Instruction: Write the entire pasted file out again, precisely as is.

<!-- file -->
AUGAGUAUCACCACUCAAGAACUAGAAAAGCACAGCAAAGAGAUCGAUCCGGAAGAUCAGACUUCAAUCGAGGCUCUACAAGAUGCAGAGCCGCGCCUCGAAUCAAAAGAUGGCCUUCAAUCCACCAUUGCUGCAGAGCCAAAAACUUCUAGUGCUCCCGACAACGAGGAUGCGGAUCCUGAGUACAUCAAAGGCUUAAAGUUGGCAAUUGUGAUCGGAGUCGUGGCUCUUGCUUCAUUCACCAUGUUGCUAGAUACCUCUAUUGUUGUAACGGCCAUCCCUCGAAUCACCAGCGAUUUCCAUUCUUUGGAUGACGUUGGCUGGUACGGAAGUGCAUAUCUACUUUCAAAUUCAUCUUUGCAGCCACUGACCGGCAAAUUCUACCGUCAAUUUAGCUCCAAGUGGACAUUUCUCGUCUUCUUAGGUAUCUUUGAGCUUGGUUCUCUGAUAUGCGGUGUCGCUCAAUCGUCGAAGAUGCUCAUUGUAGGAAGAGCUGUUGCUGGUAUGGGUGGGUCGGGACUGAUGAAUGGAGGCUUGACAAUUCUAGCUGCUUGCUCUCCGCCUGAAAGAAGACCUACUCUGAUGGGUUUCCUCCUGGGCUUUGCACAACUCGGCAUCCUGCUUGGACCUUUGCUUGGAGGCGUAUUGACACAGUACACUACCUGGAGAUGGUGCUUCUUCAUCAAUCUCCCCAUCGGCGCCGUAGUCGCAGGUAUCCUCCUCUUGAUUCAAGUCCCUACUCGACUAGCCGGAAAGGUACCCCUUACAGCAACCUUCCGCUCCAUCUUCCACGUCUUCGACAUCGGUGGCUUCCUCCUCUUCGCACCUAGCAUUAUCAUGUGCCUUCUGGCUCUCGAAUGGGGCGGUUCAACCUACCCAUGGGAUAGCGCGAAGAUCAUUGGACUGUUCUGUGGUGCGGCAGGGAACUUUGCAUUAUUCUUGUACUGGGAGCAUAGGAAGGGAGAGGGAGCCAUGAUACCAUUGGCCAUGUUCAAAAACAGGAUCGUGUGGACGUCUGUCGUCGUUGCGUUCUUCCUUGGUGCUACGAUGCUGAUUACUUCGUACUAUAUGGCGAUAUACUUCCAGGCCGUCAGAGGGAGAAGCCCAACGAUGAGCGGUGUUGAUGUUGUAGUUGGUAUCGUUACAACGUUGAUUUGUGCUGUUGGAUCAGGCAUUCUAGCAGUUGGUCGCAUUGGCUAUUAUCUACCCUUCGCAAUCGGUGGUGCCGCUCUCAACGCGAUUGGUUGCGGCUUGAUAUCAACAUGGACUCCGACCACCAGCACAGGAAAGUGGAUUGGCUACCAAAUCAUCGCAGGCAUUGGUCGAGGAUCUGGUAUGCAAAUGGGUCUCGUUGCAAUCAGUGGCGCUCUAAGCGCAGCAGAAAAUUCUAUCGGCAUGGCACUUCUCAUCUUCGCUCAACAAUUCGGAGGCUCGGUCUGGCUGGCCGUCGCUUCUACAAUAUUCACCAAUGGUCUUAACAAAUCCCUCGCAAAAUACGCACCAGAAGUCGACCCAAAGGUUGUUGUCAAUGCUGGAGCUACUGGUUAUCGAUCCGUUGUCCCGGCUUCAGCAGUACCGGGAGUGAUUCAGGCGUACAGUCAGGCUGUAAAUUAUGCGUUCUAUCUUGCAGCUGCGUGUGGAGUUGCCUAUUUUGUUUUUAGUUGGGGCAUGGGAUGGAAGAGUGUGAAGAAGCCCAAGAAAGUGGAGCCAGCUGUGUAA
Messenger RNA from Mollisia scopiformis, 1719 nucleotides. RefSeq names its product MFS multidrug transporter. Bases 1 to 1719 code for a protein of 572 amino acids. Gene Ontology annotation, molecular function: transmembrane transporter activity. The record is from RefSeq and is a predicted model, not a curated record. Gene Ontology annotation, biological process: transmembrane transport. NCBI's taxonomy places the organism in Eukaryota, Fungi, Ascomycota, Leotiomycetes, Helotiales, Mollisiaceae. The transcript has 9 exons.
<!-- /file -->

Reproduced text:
AUGAGUAUCACCACUCAAGAACUAGAAAAGCACAGCAAAGAGAUCGAUCCGGAAGAUCAGACUUCAAUCGAGGCUCUACAAGAUGCAGAGCCGCGCCUCGAAUCAAAAGAUGGCCUUCAAUCCACCAUUGCUGCAGAGCCAAAAACUUCUAGUGCUCCCGACAACGAGGAUGCGGAUCCUGAGUACAUCAAAGGCUUAAAGUUGGCAAUUGUGAUCGGAGUCGUGGCUCUUGCUUCAUUCACCAUGUUGCUAGAUACCUCUAUUGUUGUAACGGCCAUCCCUCGAAUCACCAGCGAUUUCCAUUCUUUGGAUGACGUUGGCUGGUACGGAAGUGCAUAUCUACUUUCAAAUUCAUCUUUGCAGCCACUGACCGGCAAAUUCUACCGUCAAUUUAGCUCCAAGUGGACAUUUCUCGUCUUCUUAGGUAUCUUUGAGCUUGGUUCUCUGAUAUGCGGUGUCGCUCAAUCGUCGAAGAUGCUCAUUGUAGGAAGAGCUGUUGCUGGUAUGGGUGGGUCGGGACUGAUGAAUGGAGGCUUGACAAUUCUAGCUGCUUGCUCUCCGCCUGAAAGAAGACCUACUCUGAUGGGUUUCCUCCUGGGCUUUGCACAACUCGGCAUCCUGCUUGGACCUUUGCUUGGAGGCGUAUUGACACAGUACACUACCUGGAGAUGGUGCUUCUUCAUCAAUCUCCCCAUCGGCGCCGUAGUCGCAGGUAUCCUCCUCUUGAUUCAAGUCCCUACUCGACUAGCCGGAAAGGUACCCCUUACAGCAACCUUCCGCUCCAUCUUCCACGUCUUCGACAUCGGUGGCUUCCUCCUCUUCGCACCUAGCAUUAUCAUGUGCCUUCUGGCUCUCGAAUGGGGCGGUUCAACCUACCCAUGGGAUAGCGCGAAGAUCAUUGGACUGUUCUGUGGUGCGGCAGGGAACUUUGCAUUAUUCUUGUACUGGGAGCAUAGGAAGGGAGAGGGAGCCAUGAUACCAUUGGCCAUGUUCAAAAACAGGAUCGUGUGGACGUCUGUCGUCGUUGCGUUCUUCCUUGGUGCUACGAUGCUGAUUACUUCGUACUAUAUGGCGAUAUACUUCCAGGCCGUCAGAGGGAGAAGCCCAACGAUGAGCGGUGUUGAUGUUGUAGUUGGUAUCGUUACAACGUUGAUUUGUGCUGUUGGAUCAGGCAUUCUAGCAGUUGGUCGCAUUGGCUAUUAUCUACCCUUCGCAAUCGGUGGUGCCGCUCUCAACGCGAUUGGUUGCGGCUUGAUAUCAACAUGGACUCCGACCACCAGCACAGGAAAGUGGAUUGGCUACCAAAUCAUCGCAGGCAUUGGUCGAGGAUCUGGUAUGCAAAUGGGUCUCGUUGCAAUCAGUGGCGCUCUAAGCGCAGCAGAAAAUUCUAUCGGCAUGGCACUUCUCAUCUUCGCUCAACAAUUCGGAGGCUCGGUCUGGCUGGCCGUCGCUUCUACAAUAUUCACCAAUGGUCUUAACAAAUCCCUCGCAAAAUACGCACCAGAAGUCGACCCAAAGGUUGUUGUCAAUGCUGGAGCUACUGGUUAUCGAUCCGUUGUCCCGGCUUCAGCAGUACCGGGAGUGAUUCAGGCGUACAGUCAGGCUGUAAAUUAUGCGUUCUAUCUUGCAGCUGCGUGUGGAGUUGCCUAUUUUGUUUUUAGUUGGGGCAUGGGAUGGAAGAGUGUGAAGAAGCCCAAGAAAGUGGAGCCAGCUGUGUAA
Messenger RNA from Mollisia scopiformis, 1719 nucleotides. RefSeq names its product MFS multidrug transporter. Bases 1 to 1719 code for a protein of 572 amino acids. Gene Ontology annotation, molecular function: transmembrane transporter activity. The record is from RefSeq and is a predicted model, not a curated record. Gene Ontology annotation, biological process: transmembrane transport. NCBI's taxonomy places the organism in Eukaryota, Fungi, Ascomycota, Leotiomycetes, Helotiales, Mollisiaceae. The transcript has 9 exons.